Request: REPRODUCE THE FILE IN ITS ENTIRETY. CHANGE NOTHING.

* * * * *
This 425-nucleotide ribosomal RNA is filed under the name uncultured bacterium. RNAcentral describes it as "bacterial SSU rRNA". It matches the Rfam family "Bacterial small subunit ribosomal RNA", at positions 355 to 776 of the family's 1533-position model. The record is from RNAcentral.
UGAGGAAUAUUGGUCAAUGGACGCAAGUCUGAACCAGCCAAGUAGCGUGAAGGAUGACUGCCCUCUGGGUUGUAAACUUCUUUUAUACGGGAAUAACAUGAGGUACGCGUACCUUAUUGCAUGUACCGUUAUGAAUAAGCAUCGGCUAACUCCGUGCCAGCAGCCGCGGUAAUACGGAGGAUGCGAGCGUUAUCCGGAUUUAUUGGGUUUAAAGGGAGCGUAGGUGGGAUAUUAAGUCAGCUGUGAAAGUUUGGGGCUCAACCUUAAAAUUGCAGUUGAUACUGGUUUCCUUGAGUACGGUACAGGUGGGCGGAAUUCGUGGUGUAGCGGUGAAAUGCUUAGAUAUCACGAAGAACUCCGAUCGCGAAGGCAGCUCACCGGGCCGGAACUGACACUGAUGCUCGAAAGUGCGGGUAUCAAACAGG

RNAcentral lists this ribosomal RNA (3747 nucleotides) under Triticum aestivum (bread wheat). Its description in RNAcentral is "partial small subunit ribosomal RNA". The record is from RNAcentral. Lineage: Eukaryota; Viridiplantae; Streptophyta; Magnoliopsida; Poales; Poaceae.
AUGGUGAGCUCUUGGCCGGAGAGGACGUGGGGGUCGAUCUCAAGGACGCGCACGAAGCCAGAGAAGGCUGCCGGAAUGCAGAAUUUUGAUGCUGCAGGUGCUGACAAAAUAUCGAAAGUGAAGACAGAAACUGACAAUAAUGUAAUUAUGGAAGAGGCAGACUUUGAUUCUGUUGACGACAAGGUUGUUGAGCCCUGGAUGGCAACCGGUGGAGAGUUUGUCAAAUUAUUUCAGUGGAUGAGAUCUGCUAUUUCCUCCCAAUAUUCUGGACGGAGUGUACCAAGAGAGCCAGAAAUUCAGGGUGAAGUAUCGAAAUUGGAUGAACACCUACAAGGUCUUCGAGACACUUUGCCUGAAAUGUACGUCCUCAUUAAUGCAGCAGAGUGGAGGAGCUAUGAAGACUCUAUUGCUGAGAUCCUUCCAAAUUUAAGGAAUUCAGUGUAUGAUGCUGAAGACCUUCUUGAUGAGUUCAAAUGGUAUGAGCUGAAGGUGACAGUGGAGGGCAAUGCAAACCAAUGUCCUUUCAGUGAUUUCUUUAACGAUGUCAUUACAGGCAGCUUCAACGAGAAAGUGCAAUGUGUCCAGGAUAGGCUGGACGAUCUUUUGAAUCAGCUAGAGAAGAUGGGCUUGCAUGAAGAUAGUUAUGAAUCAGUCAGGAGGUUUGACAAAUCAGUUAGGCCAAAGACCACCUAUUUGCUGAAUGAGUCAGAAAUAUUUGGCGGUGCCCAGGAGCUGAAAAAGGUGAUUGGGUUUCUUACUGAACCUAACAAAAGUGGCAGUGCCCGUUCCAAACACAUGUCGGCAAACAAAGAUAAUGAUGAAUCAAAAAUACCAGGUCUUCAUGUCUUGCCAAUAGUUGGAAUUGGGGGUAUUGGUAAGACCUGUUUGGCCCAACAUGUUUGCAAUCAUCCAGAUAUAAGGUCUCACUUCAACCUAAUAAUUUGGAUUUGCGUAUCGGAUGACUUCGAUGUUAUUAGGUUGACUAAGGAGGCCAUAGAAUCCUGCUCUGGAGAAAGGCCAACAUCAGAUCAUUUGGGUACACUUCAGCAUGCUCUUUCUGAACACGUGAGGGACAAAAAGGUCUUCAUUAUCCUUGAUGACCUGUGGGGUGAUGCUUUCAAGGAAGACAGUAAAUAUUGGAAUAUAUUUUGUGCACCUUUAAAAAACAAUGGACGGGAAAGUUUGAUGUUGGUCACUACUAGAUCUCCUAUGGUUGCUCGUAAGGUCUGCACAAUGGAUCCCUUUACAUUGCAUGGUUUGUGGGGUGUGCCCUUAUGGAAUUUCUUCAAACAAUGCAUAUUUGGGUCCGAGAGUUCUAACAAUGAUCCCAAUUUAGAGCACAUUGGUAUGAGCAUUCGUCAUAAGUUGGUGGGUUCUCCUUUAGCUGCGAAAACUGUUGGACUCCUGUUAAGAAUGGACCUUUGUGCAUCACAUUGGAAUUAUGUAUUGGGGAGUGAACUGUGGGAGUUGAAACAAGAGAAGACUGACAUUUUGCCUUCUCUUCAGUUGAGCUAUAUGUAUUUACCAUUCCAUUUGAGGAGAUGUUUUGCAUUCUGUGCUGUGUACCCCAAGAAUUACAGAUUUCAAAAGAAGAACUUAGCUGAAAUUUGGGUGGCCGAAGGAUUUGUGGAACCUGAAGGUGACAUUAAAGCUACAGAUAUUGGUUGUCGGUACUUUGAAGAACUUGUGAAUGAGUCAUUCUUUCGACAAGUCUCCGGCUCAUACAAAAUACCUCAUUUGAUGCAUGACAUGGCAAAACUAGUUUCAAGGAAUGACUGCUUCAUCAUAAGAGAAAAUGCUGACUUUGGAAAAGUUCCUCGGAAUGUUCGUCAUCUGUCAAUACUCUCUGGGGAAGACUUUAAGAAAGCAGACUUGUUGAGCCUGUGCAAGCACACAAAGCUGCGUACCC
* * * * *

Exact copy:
This 425-nucleotide ribosomal RNA is filed under the name uncultured bacterium. RNAcentral describes it as "bacterial SSU rRNA". It matches the Rfam family "Bacterial small subunit ribosomal RNA", at positions 355 to 776 of the family's 1533-position model. The record is from RNAcentral.
UGAGGAAUAUUGGUCAAUGGACGCAAGUCUGAACCAGCCAAGUAGCGUGAAGGAUGACUGCCCUCUGGGUUGUAAACUUCUUUUAUACGGGAAUAACAUGAGGUACGCGUACCUUAUUGCAUGUACCGUUAUGAAUAAGCAUCGGCUAACUCCGUGCCAGCAGCCGCGGUAAUACGGAGGAUGCGAGCGUUAUCCGGAUUUAUUGGGUUUAAAGGGAGCGUAGGUGGGAUAUUAAGUCAGCUGUGAAAGUUUGGGGCUCAACCUUAAAAUUGCAGUUGAUACUGGUUUCCUUGAGUACGGUACAGGUGGGCGGAAUUCGUGGUGUAGCGGUGAAAUGCUUAGAUAUCACGAAGAACUCCGAUCGCGAAGGCAGCUCACCGGGCCGGAACUGACACUGAUGCUCGAAAGUGCGGGUAUCAAACAGG

RNAcentral lists this ribosomal RNA (3747 nucleotides) under Triticum aestivum (bread wheat). Its description in RNAcentral is "partial small subunit ribosomal RNA". The record is from RNAcentral. Lineage: Eukaryota; Viridiplantae; Streptophyta; Magnoliopsida; Poales; Poaceae.
AUGGUGAGCUCUUGGCCGGAGAGGACGUGGGGGUCGAUCUCAAGGACGCGCACGAAGCCAGAGAAGGCUGCCGGAAUGCAGAAUUUUGAUGCUGCAGGUGCUGACAAAAUAUCGAAAGUGAAGACAGAAACUGACAAUAAUGUAAUUAUGGAAGAGGCAGACUUUGAUUCUGUUGACGACAAGGUUGUUGAGCCCUGGAUGGCAACCGGUGGAGAGUUUGUCAAAUUAUUUCAGUGGAUGAGAUCUGCUAUUUCCUCCCAAUAUUCUGGACGGAGUGUACCAAGAGAGCCAGAAAUUCAGGGUGAAGUAUCGAAAUUGGAUGAACACCUACAAGGUCUUCGAGACACUUUGCCUGAAAUGUACGUCCUCAUUAAUGCAGCAGAGUGGAGGAGCUAUGAAGACUCUAUUGCUGAGAUCCUUCCAAAUUUAAGGAAUUCAGUGUAUGAUGCUGAAGACCUUCUUGAUGAGUUCAAAUGGUAUGAGCUGAAGGUGACAGUGGAGGGCAAUGCAAACCAAUGUCCUUUCAGUGAUUUCUUUAACGAUGUCAUUACAGGCAGCUUCAACGAGAAAGUGCAAUGUGUCCAGGAUAGGCUGGACGAUCUUUUGAAUCAGCUAGAGAAGAUGGGCUUGCAUGAAGAUAGUUAUGAAUCAGUCAGGAGGUUUGACAAAUCAGUUAGGCCAAAGACCACCUAUUUGCUGAAUGAGUCAGAAAUAUUUGGCGGUGCCCAGGAGCUGAAAAAGGUGAUUGGGUUUCUUACUGAACCUAACAAAAGUGGCAGUGCCCGUUCCAAACACAUGUCGGCAAACAAAGAUAAUGAUGAAUCAAAAAUACCAGGUCUUCAUGUCUUGCCAAUAGUUGGAAUUGGGGGUAUUGGUAAGACCUGUUUGGCCCAACAUGUUUGCAAUCAUCCAGAUAUAAGGUCUCACUUCAACCUAAUAAUUUGGAUUUGCGUAUCGGAUGACUUCGAUGUUAUUAGGUUGACUAAGGAGGCCAUAGAAUCCUGCUCUGGAGAAAGGCCAACAUCAGAUCAUUUGGGUACACUUCAGCAUGCUCUUUCUGAACACGUGAGGGACAAAAAGGUCUUCAUUAUCCUUGAUGACCUGUGGGGUGAUGCUUUCAAGGAAGACAGUAAAUAUUGGAAUAUAUUUUGUGCACCUUUAAAAAACAAUGGACGGGAAAGUUUGAUGUUGGUCACUACUAGAUCUCCUAUGGUUGCUCGUAAGGUCUGCACAAUGGAUCCCUUUACAUUGCAUGGUUUGUGGGGUGUGCCCUUAUGGAAUUUCUUCAAACAAUGCAUAUUUGGGUCCGAGAGUUCUAACAAUGAUCCCAAUUUAGAGCACAUUGGUAUGAGCAUUCGUCAUAAGUUGGUGGGUUCUCCUUUAGCUGCGAAAACUGUUGGACUCCUGUUAAGAAUGGACCUUUGUGCAUCACAUUGGAAUUAUGUAUUGGGGAGUGAACUGUGGGAGUUGAAACAAGAGAAGACUGACAUUUUGCCUUCUCUUCAGUUGAGCUAUAUGUAUUUACCAUUCCAUUUGAGGAGAUGUUUUGCAUUCUGUGCUGUGUACCCCAAGAAUUACAGAUUUCAAAAGAAGAACUUAGCUGAAAUUUGGGUGGCCGAAGGAUUUGUGGAACCUGAAGGUGACAUUAAAGCUACAGAUAUUGGUUGUCGGUACUUUGAAGAACUUGUGAAUGAGUCAUUCUUUCGACAAGUCUCCGGCUCAUACAAAAUACCUCAUUUGAUGCAUGACAUGGCAAAACUAGUUUCAAGGAAUGACUGCUUCAUCAUAAGAGAAAAUGCUGACUUUGGAAAAGUUCCUCGGAAUGUUCGUCAUCUGUCAAUACUCUCUGGGGAAGACUUUAAGAAAGCAGACUUGUUGAGCCUGUGCAAGCACACAAAGCUGCGUACCC